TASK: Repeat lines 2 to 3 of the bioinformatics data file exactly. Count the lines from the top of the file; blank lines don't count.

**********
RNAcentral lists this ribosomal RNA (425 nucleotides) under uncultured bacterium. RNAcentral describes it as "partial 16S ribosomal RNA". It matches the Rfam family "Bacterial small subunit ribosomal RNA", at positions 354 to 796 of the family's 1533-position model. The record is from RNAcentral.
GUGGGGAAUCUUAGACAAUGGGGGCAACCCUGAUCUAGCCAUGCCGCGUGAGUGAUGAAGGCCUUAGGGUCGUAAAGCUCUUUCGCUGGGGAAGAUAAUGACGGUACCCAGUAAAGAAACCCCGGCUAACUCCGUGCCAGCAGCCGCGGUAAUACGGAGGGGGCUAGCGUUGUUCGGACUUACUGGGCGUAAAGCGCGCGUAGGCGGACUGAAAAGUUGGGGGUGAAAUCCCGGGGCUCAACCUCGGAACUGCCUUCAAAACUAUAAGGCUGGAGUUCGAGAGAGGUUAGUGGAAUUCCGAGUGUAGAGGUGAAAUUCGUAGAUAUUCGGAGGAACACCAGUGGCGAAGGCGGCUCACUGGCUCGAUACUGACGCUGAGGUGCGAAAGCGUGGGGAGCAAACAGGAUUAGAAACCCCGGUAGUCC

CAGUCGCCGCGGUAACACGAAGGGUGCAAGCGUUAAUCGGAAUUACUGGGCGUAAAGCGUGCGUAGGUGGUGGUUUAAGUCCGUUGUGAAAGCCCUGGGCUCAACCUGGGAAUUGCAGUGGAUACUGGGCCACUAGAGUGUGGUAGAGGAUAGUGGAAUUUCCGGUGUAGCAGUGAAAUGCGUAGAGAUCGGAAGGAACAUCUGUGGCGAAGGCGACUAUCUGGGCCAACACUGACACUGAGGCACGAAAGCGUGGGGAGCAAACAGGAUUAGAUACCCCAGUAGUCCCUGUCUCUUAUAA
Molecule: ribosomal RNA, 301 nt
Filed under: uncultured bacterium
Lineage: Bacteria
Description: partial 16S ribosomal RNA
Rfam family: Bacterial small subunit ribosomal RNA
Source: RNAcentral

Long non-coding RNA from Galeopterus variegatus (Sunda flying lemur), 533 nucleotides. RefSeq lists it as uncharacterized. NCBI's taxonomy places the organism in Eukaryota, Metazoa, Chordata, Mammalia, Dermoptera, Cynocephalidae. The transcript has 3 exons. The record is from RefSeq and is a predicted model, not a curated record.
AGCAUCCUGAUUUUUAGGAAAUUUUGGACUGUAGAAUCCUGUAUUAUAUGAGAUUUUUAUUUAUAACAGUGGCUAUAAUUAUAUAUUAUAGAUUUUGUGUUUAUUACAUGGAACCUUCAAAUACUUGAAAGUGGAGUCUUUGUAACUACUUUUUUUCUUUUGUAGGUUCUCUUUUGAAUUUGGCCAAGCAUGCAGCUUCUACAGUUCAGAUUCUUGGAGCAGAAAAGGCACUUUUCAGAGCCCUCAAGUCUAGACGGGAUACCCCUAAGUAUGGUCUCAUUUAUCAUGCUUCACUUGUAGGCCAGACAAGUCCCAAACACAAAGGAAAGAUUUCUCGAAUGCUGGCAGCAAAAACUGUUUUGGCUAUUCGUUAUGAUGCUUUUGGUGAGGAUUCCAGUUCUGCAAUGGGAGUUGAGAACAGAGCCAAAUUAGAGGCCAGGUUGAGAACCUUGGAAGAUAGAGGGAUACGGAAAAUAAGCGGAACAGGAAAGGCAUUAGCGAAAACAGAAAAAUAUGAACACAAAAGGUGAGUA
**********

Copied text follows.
GUGGGGAAUCUUAGACAAUGGGGGCAACCCUGAUCUAGCCAUGCCGCGUGAGUGAUGAAGGCCUUAGGGUCGUAAAGCUCUUUCGCUGGGGAAGAUAAUGACGGUACCCAGUAAAGAAACCCCGGCUAACUCCGUGCCAGCAGCCGCGGUAAUACGGAGGGGGCUAGCGUUGUUCGGACUUACUGGGCGUAAAGCGCGCGUAGGCGGACUGAAAAGUUGGGGGUGAAAUCCCGGGGCUCAACCUCGGAACUGCCUUCAAAACUAUAAGGCUGGAGUUCGAGAGAGGUUAGUGGAAUUCCGAGUGUAGAGGUGAAAUUCGUAGAUAUUCGGAGGAACACCAGUGGCGAAGGCGGCUCACUGGCUCGAUACUGACGCUGAGGUGCGAAAGCGUGGGGAGCAAACAGGAUUAGAAACCCCGGUAGUCC

CAGUCGCCGCGGUAACACGAAGGGUGCAAGCGUUAAUCGGAAUUACUGGGCGUAAAGCGUGCGUAGGUGGUGGUUUAAGUCCGUUGUGAAAGCCCUGGGCUCAACCUGGGAAUUGCAGUGGAUACUGGGCCACUAGAGUGUGGUAGAGGAUAGUGGAAUUUCCGGUGUAGCAGUGAAAUGCGUAGAGAUCGGAAGGAACAUCUGUGGCGAAGGCGACUAUCUGGGCCAACACUGACACUGAGGCACGAAAGCGUGGGGAGCAAACAGGAUUAGAUACCCCAGUAGUCCCUGUCUCUUAUAA